I wrote my Oboe Sonata in 1965 when I was a second year student at the Royal Academy of Music. The Sonata is in three movements following the usual pattern – fast, slow, fast.
As a young and aspiring composer I was obviously influenced at that stage by a number of composers and I am sure that this can be heard in this particular work. The most obviously influences are perhaps Poulenc, Hindemith and Bernstein. However, there is something of the English tradition in the lyrical slow movement. The first movement is structured in a contracted sonata form, whilst the last movement is an exuberant and highly rhythmic rondo exploiting the extravert side of the oboe.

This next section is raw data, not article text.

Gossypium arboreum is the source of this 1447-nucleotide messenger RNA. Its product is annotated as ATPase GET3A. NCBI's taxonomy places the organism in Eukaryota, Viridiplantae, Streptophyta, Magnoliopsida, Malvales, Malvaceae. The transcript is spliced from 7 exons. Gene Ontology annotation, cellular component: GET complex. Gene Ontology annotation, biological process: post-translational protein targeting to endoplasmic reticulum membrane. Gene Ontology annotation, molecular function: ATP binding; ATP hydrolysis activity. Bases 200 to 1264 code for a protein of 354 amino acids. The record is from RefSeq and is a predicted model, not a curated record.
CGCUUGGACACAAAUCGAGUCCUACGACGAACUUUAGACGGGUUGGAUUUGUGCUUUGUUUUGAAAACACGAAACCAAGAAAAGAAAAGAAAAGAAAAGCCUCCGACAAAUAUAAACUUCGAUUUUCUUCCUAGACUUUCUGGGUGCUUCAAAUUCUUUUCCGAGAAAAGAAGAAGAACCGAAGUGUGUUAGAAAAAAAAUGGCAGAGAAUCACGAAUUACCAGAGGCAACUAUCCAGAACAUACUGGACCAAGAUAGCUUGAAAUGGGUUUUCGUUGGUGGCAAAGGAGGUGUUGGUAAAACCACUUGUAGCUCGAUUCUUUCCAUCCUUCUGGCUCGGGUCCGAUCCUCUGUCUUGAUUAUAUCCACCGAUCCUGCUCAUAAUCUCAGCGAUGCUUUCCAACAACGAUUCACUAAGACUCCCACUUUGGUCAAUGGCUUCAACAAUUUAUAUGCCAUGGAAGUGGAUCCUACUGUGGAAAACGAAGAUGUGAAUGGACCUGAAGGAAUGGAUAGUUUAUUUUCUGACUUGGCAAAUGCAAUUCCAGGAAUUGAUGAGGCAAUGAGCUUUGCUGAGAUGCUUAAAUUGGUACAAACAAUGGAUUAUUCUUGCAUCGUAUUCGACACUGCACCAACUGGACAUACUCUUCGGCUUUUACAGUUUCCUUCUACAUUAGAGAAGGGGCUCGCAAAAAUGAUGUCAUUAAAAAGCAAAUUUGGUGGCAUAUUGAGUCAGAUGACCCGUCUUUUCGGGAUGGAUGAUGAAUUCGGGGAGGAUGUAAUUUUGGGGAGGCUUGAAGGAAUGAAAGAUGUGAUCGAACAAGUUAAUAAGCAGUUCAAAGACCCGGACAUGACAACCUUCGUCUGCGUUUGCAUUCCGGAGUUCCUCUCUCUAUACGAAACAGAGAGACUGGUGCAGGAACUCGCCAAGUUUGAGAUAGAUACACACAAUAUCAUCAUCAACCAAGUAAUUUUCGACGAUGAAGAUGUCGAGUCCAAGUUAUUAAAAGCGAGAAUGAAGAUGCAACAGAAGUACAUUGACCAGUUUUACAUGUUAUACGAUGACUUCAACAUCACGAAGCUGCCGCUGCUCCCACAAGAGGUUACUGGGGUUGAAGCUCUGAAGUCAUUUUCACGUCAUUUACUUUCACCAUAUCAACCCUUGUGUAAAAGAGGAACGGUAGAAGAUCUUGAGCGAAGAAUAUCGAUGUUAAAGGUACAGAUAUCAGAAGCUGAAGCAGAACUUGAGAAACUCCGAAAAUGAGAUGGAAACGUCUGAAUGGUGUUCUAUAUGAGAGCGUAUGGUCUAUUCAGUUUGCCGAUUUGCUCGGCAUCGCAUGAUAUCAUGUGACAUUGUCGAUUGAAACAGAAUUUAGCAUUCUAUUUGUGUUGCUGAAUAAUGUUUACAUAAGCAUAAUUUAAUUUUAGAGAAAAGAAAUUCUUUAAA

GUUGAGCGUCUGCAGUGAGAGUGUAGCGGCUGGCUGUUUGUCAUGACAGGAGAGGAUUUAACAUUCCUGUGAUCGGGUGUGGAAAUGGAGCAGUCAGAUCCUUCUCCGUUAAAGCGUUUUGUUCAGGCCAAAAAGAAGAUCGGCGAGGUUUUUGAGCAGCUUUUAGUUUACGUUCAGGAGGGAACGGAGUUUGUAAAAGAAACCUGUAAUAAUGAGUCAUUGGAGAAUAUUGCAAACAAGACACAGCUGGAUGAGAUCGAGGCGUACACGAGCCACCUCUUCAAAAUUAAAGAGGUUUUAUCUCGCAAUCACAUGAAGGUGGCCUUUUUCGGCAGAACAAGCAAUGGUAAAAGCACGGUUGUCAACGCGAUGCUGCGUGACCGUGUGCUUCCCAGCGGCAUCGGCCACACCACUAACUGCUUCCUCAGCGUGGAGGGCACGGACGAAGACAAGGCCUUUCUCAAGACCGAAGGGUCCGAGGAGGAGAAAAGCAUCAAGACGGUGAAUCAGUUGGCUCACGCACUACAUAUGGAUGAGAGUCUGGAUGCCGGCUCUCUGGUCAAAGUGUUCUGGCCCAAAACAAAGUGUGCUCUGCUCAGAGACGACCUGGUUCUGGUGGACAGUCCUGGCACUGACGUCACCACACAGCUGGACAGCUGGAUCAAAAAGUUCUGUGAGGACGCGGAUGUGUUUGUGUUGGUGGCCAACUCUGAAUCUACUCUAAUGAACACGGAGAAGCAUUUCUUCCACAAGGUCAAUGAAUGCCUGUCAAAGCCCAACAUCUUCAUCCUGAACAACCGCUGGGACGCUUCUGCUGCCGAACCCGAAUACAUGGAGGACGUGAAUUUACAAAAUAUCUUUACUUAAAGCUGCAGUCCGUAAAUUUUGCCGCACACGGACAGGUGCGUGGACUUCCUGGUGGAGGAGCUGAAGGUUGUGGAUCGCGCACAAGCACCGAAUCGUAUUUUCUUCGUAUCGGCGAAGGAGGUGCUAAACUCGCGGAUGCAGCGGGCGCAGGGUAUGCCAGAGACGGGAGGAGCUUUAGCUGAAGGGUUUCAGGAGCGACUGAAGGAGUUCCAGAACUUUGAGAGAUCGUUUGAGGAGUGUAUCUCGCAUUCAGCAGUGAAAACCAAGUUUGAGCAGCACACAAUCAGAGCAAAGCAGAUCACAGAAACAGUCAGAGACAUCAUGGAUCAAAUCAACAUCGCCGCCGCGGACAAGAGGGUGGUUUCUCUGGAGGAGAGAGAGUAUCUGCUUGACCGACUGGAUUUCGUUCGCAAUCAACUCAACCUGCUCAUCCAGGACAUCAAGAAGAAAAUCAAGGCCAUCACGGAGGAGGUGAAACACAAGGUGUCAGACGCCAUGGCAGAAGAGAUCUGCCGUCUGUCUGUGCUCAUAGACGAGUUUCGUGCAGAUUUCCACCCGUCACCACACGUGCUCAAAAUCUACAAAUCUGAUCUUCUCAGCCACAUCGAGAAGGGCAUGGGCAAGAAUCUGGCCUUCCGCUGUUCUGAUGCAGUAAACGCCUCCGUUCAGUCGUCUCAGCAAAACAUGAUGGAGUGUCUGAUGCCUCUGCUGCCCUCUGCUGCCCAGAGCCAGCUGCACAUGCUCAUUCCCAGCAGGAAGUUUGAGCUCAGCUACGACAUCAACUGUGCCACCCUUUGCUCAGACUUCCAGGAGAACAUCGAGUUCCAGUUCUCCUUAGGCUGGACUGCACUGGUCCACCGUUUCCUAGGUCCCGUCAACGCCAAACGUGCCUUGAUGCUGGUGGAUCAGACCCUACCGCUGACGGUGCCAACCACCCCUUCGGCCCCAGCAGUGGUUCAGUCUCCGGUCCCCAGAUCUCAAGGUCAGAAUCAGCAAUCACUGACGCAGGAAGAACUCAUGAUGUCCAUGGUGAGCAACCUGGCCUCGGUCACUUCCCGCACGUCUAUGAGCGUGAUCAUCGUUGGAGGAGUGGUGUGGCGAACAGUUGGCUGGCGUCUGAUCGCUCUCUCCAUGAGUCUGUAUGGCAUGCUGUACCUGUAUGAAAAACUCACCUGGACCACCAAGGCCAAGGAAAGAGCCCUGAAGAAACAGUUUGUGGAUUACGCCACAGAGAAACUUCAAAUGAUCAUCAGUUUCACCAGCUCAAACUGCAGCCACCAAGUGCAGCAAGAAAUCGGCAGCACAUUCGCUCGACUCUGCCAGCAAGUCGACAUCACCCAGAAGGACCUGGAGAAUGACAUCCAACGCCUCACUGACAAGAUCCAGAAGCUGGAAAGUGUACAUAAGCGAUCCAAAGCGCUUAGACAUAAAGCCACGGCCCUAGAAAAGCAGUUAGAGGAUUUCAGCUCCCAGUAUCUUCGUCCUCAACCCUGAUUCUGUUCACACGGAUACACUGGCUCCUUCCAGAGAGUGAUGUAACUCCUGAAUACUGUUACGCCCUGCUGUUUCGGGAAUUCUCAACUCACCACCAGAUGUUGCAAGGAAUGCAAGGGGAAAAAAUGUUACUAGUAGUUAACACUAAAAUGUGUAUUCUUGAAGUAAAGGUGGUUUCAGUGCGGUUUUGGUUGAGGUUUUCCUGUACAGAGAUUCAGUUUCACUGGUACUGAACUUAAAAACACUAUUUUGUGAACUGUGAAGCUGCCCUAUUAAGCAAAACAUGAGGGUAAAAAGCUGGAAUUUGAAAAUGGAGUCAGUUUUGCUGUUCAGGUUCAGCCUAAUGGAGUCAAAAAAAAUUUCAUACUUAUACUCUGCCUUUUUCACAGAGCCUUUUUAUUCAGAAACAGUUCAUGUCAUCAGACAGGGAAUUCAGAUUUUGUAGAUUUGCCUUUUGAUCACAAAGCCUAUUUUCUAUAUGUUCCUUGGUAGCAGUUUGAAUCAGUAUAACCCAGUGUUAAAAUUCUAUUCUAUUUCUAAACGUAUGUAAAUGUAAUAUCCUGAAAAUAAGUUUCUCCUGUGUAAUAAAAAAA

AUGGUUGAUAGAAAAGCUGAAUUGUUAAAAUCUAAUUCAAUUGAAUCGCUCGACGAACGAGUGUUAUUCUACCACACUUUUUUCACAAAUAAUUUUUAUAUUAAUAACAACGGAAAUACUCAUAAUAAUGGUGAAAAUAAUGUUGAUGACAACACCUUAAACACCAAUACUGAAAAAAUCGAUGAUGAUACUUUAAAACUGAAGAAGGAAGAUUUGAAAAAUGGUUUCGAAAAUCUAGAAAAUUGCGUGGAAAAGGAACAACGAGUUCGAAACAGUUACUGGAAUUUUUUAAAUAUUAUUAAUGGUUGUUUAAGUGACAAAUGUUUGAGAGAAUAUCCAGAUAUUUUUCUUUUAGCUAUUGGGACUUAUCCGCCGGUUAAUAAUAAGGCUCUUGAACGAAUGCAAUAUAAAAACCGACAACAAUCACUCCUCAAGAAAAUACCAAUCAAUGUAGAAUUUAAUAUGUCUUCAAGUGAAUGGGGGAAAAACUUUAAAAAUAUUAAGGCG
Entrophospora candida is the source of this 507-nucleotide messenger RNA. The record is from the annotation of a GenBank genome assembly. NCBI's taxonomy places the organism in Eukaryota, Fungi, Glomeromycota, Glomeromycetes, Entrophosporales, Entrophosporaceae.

I have always admired Gregson’s clean-cut lines, clear textures and bright open harmonies. Although this oboe sonata dates from the very beginning of Gregson’s career… it is full of invention and exuberance.
Winds Magazine, 1988
… while it sounds undeniably English in style, there is a deal of French refinement in the writing, with touches of blues and Latin rhythms in places.
Guy Richards, Klassisk.com, March 2022
This is one of the finest Oboe Sonatas that I have heard; it amazes me that it is not in the mainstream repertoire of all oboists. After all these years, this is the premiere recording. Let’s hope it reaches a wide audience of instrumentalists.
John France, MusicWeb International
oboe and piano
Publisher: Emerson Edition
First Performance: 1965
Royal Academy of Music, London, UK
Helen Powell (oboe), Edward Gregson (piano)